multiplex and multiplexObj can be used to transform values in parallel using the provided transducers (which can be composed as usual) and results in a tuple or keyed object.

tx.transduce(
    tx.multiplex(
        tx.map((x) => x.charAt(0)),
        tx.map((x) => x.toUpperCase()),
        tx.map((x) => x.length)
    ),
    tx.push(),
    ["Alice", "Bob", "Charlie"]
);
// [ [ "A", "ALICE", 5 ], [ "B", "BOB", 3 ], [ "C", "CHARLIE", 7 ] ]

tx.transduce(
    tx.multiplexObj({
        initial: tx.map((x) => x.charAt(0)),
        name: tx.map((x) => x.toUpperCase()),
        len: tx.map((x) => x.length)
    }),
    tx.push(),
    ["Alice", "Bob", "Charlie"]
);
// [ { len: 5, name: 'ALICE', initial: 'A' },
//   { len: 3, name: 'BOB', initial: 'B' },
//   { len: 7, name: 'CHARLIE', initial: 'C' } ]

Moving average using sliding window

// use nested reduce to compute window averages
tx.transduce(
    tx.comp(
        tx.partition(5, 1),
        tx.map(x => tx.reduce(tx.mean(), x))
    ),
    tx.push(),
    [1, 2, 3, 3, 4, 5, 5, 6, 7, 8, 8, 9, 10]
)
// [ 2.6, 3.4, 4, 4.6, 5.4, 6.2, 6.8, 7.6, 8.4 ]

// this combined transducer is also directly
// available as: `tx.movingAverage(n)`
[...tx.movingAverage(5, [1, 2, 3, 3, 4, 5, 5, 6, 7, 8, 8, 9, 10])]
// [ 2.6, 3.4, 4, 4.6, 5.4, 6.2, 6.8, 7.6, 8.4 ]

Benchmark function execution time

// function to test
fn = () => {
    let x;
    for (i = 0; i < 1e6; i++) {
        x = Math.cos(i);
    }
    return x;
};

// compute the mean of 100 runs
tx.transduce(tx.benchmark(), tx.mean(), tx.repeatedly(fn, 100));
// 1.93 (milliseconds)

Apply inspectors to debug transducer pipeline

// alternatively, use tx.sideEffect() for any side fx
tx.transduce(
    tx.comp(
        tx.trace("orig"),
        tx.map((x) => x + 1),
        tx.trace("mapped"),
        tx.filter((x) => (x & 1) > 0)
    ),
    tx.push(),
    [1, 2, 3, 4]
);
// orig 1
// mapped 2
// orig 2
// mapped 3
// orig 3
// mapped 4
// orig 4
// mapped 5
// [ 3, 5 ]

Stream parsing / structuring

The struct transducer is simply a composition of: partitionOf -> partition -> rename -> mapKeys. See code here.

// Higher-order transducer to convert linear input into structured objects
// using given field specs and ordering. A single field spec is an array of
// 2 or 3 items: `[name, size, transform?]`. If `transform` is given, it will
// be used to produce the final value for this field. In the example below,
// it is used to unwrap the ID field values, e.g. from `[0] => 0`
[
    ...tx.struct(
        [["id", 1, (id) => id[0]], ["pos", 2], ["vel", 2], ["color", 4]],
        [0, 100, 200, -1, 0, 1, 0.5, 0, 1, 1, 0, 0, 5, 4, 0, 0, 1, 1]
    )
];
// [ { color: [ 1, 0.5, 0, 1 ],
//     vel: [ -1, 0 ],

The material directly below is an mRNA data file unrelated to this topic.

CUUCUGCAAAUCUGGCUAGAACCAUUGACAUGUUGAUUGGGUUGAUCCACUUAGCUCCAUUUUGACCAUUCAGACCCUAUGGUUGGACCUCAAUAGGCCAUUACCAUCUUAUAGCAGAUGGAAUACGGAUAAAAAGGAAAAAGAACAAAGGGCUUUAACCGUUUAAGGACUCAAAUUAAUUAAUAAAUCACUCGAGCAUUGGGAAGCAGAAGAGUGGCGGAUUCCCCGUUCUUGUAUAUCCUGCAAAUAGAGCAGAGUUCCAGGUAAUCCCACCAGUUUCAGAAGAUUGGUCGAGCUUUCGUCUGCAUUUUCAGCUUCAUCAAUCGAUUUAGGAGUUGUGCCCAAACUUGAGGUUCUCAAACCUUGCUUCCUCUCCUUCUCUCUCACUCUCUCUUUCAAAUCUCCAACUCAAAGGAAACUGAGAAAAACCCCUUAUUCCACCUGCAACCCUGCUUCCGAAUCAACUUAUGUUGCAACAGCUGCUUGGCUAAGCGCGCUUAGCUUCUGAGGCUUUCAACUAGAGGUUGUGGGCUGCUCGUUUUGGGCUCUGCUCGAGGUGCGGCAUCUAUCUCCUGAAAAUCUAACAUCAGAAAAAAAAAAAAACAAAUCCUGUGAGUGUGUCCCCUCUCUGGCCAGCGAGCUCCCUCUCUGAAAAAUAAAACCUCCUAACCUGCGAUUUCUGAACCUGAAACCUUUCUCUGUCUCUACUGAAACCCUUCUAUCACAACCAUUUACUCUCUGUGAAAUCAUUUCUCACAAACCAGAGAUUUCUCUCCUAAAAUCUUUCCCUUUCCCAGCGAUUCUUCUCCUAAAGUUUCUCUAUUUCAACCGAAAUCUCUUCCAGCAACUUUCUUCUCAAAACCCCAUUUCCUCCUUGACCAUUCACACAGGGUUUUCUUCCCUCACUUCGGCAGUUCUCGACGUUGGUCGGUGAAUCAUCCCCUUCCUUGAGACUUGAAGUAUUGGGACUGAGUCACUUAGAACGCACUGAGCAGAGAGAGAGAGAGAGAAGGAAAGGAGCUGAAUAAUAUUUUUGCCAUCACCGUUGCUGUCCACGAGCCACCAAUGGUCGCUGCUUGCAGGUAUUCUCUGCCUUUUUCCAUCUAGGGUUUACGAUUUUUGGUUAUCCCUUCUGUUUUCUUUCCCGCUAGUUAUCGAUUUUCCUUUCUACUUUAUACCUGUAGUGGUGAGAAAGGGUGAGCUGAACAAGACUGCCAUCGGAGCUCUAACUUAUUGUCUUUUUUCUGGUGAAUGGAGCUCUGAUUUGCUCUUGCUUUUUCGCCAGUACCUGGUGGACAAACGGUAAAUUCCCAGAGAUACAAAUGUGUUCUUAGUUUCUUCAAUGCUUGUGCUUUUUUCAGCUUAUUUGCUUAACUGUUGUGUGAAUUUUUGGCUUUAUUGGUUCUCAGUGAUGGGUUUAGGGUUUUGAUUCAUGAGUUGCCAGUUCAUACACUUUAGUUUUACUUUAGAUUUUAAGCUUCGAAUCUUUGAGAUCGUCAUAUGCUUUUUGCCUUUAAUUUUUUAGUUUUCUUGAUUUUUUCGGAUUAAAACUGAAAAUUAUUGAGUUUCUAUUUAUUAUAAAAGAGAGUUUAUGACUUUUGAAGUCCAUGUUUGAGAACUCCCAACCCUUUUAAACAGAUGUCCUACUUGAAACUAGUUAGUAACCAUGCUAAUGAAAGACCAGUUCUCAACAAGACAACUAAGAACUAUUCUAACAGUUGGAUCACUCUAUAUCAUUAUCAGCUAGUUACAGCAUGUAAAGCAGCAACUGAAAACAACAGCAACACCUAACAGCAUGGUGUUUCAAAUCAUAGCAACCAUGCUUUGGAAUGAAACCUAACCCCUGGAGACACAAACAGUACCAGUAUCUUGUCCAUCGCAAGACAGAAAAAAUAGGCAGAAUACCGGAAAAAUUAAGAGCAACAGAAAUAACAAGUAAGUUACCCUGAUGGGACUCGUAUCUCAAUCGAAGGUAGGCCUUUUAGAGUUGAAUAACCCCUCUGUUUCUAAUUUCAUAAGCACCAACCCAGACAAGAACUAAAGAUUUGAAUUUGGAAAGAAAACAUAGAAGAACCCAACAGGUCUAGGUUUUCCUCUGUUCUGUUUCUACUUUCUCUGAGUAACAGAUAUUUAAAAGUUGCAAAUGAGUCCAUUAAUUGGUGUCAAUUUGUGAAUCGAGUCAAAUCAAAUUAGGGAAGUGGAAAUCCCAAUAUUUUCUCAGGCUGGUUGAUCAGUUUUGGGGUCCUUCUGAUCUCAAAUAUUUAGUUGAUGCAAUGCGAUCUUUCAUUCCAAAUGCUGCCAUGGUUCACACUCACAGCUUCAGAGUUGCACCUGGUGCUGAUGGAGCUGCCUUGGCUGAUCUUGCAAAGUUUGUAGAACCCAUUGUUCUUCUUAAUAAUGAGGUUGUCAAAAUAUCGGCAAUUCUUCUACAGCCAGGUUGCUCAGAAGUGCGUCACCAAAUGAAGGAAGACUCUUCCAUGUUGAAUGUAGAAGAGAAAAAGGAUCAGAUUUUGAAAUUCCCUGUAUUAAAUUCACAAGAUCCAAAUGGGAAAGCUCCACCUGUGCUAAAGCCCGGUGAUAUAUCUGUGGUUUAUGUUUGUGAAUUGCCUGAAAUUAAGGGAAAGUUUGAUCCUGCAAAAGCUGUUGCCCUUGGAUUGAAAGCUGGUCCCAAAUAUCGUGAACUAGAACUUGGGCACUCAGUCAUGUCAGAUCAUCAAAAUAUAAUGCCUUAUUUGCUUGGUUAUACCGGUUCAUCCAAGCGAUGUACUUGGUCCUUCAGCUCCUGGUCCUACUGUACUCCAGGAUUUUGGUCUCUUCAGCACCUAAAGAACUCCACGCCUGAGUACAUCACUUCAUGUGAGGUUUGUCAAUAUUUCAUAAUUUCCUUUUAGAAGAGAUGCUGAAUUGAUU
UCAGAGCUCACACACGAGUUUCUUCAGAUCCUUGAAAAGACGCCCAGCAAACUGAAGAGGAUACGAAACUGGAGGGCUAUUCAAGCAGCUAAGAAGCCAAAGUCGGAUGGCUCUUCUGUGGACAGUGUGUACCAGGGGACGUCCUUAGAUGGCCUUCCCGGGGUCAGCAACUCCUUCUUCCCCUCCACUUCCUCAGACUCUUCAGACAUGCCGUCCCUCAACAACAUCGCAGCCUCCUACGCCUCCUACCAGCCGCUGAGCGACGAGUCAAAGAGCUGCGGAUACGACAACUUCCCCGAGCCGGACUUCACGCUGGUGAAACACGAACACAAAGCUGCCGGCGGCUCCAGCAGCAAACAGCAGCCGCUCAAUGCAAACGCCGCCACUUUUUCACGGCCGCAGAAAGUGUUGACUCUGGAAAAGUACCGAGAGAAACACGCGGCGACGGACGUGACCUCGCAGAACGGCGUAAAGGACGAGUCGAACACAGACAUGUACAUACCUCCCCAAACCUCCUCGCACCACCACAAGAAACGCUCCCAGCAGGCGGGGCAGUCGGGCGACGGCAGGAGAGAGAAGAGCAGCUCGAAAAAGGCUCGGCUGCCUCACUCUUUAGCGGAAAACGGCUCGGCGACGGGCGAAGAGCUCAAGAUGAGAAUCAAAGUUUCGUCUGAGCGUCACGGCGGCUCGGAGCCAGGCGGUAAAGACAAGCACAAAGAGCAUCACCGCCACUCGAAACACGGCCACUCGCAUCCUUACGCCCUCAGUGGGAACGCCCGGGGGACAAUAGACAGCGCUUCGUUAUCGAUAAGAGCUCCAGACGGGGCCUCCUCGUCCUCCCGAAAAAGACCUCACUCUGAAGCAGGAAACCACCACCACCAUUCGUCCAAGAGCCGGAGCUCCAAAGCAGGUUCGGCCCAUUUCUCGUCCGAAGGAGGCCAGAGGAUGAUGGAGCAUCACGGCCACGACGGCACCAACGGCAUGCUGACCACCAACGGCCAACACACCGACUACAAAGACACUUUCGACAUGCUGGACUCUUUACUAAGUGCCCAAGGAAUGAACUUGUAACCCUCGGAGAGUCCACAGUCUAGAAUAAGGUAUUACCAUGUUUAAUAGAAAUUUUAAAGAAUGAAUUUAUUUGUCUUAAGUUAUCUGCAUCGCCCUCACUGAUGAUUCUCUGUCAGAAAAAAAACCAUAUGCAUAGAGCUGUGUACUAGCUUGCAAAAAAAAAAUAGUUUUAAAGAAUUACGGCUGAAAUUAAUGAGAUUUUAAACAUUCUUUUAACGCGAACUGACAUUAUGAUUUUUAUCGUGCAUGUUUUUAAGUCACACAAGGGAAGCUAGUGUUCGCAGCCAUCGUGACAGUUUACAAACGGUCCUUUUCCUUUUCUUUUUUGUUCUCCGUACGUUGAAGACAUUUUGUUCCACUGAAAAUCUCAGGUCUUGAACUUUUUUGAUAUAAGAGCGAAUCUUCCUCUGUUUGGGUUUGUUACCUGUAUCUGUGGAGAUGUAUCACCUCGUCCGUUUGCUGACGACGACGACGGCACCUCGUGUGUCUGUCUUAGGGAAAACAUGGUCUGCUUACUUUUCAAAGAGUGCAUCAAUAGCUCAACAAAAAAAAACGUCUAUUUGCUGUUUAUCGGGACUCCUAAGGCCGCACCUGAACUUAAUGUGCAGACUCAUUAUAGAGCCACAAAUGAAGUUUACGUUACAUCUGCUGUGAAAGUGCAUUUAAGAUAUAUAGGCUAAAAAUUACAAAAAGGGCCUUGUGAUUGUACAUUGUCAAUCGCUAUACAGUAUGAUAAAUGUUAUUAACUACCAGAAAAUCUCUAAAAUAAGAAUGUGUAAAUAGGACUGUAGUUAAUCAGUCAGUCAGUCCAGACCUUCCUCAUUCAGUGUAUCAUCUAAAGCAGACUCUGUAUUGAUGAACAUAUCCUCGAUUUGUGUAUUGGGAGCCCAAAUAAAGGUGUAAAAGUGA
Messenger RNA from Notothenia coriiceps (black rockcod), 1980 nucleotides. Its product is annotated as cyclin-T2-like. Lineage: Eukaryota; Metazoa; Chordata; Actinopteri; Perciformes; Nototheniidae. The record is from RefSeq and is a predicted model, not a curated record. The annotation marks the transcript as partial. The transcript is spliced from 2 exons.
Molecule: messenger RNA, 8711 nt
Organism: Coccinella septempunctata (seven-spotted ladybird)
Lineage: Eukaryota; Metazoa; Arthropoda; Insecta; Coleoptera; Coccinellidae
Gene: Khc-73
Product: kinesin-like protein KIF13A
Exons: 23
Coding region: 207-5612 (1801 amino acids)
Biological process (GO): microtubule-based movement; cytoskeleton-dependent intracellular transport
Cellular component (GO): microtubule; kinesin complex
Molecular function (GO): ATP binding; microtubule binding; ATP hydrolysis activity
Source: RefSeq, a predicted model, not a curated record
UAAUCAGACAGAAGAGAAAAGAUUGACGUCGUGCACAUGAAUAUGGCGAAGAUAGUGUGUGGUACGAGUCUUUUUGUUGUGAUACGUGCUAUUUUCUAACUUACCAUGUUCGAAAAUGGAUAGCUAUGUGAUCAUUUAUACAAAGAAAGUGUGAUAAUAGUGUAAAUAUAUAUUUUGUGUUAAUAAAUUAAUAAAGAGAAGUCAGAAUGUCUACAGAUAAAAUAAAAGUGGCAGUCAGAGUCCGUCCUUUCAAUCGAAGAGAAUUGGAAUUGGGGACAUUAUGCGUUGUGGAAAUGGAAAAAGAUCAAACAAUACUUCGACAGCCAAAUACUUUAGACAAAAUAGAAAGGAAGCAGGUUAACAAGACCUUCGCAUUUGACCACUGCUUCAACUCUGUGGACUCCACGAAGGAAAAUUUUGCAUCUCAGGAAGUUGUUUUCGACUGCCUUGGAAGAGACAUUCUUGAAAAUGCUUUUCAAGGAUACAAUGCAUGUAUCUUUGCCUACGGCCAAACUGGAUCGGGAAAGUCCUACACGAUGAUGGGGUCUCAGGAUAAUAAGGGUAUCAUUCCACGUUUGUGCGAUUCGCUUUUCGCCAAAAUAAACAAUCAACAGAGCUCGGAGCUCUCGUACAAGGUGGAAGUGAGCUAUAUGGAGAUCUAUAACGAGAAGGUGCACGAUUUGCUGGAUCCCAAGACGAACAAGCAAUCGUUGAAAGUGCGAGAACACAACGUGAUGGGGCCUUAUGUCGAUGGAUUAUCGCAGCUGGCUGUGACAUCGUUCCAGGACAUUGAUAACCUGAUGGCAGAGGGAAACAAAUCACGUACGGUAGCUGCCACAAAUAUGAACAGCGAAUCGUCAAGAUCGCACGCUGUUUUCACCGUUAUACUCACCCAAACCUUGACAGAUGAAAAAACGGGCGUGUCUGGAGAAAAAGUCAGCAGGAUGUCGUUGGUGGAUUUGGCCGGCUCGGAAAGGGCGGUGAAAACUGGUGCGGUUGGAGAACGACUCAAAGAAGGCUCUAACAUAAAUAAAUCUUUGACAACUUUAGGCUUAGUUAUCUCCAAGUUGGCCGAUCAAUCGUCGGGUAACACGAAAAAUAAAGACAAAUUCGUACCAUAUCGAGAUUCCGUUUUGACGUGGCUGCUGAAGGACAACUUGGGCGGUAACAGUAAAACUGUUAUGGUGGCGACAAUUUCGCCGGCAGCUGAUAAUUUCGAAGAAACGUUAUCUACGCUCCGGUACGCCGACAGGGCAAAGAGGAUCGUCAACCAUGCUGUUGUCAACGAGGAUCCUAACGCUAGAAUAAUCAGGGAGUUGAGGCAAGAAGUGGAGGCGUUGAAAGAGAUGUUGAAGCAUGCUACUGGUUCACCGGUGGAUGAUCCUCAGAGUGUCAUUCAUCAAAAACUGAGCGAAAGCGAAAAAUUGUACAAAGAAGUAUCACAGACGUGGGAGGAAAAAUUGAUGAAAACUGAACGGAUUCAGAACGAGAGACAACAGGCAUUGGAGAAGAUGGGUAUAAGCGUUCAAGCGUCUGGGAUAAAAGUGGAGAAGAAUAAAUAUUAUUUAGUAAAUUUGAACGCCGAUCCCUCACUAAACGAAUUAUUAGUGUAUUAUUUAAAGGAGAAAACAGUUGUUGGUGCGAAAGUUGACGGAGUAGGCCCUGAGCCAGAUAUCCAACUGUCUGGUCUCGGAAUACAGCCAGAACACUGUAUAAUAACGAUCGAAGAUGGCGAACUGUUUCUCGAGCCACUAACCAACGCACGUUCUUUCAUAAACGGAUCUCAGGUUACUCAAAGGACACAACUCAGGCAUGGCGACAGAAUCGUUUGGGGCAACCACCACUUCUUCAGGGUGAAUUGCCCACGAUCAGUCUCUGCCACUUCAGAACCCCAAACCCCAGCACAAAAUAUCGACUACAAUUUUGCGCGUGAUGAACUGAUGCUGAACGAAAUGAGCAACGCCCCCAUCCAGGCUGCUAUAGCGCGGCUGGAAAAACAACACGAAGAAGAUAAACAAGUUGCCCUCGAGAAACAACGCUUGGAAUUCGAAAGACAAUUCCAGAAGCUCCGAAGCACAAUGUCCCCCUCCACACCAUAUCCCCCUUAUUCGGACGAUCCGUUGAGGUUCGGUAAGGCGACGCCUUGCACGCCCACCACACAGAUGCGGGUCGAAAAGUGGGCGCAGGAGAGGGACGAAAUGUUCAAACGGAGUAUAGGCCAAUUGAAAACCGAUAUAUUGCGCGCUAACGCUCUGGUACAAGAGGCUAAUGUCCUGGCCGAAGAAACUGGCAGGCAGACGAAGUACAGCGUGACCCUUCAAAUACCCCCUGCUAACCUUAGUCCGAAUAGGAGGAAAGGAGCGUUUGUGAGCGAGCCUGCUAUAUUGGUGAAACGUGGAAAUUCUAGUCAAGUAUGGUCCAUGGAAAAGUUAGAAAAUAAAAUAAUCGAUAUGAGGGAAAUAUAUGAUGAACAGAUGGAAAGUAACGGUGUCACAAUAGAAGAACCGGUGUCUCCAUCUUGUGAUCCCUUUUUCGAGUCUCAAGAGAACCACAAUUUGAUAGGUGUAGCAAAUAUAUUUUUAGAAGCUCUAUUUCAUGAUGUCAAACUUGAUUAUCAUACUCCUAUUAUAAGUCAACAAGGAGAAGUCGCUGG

//     pos: [ 100, 200 ],
//     id: 0 },
//   { color: [ 0, 0, 1, 1 ],
//     vel: [ 5, 4 ],
//     pos: [ 0, 0 ],
//     id: 1 } ]

CSV parsing

tx.transduce(
    tx.comp(
        // split into rows
        tx.mapcat((x) => x.split("\n")),
        // split each row
        tx.map((x) => x.split(",")),
        // convert each row into object, rename array indices
        tx.rename({ id: 0, name: 1, alias: 2, num: "length" })
    ),
    tx.push(),
    ["100,typescript\n101,clojure,clj\n110,rust,rs"]
);
// [ { num: 2, name: 'typescript', id: '100' },
//   { num: 3, alias: 'clj', name: 'clojure', id: '101' },
//   { num: 3, alias: 'rs', name: 'rust', id: '110' } ]

Early termination

// result is realized after max. 7 values, irrespective of nesting
tx.transduce(tx.comp(tx.flatten(), tx.take(7)), tx.push(), [
    1,
    [2, [3, 4, [5, 6, [7, 8], 9, [10]]]]
]);
// [1, 2, 3, 4, 5, 6, 7]

Scan operator

// this transducer uses 2 scans (a scan = inner reducer per item)
// 1) counts incoming values
// 2) forms an array of the current counter value `x` & repeated `x` times
// 3) emits results as series of reductions in the outer array produced
//    by the main reducer
// IMPORTANT: since arrays are mutable we use `pushCopy` as the inner reducer
// instead of `push` (the outer reducer)
xform = tx.comp(
    tx.scan(tx.count()),
    tx.map(x => [...tx.repeat(x,x)]),
    tx.scan(tx.pushCopy())
)

[...tx.iterator(xform, [1, 1, 1, 1])]
// [ [ [ 1 ] ],
//   [ [ 1 ], [ 2, 2 ] ],
//   [ [ 1 ], [ 2, 2 ], [ 3, 3, 3 ] ],
//   [ [ 1 ], [ 2, 2 ], [ 3, 3, 3 ], [ 4, 4, 4, 4 ] ] ]

// more simple & similar to previous, but without the 2nd xform step
tx.transduce(tx.comp(tx.scan(tx.count()), tx.scan(tx.pushCopy())), tx.push(), [1,1,1,1])
// [ [ 1 ], [ 1, 2 ], [ 1, 2, 3 ], [ 1, 2, 3, 4 ] ]

Weighted random choices

[...tx.take(10, tx.choices("abcd", [1, 0.5, 0.25, 0.125]))];
// [ 'a', 'a', 'b', 'a', 'a', 'b', 'a', 'c', 'd', 'b' ]

tx.transduce(
    tx.take(1000),
    tx.frequencies(),
    tx.choices("abcd", [1, 0.5, 0.25, 0.125])
);
// Map { 'c' => 132, 'a' => 545, 'b' => 251, 'd' => 72 }

Keyframe interpolation

See interpolate() docs for details.

[
    ...interpolate(
        10,
        0,
        100,
        (a, b) => [a, b],
        ([a, b], t) => Math.floor(a + (b - a) * t),
        [20, 100],
        [50, 200],
        [80, 0]
    )
];
// [ 100, 100, 100, 133, 166, 200, 133, 66, 0, 0, 0 ]

API

Documentation is slowly forthcoming in the form of doc comments (incl. code examples) for a growing number the functions listed below. Please see source code for now.

Types

Apart from type aliases, the only real types defined are:

Reducer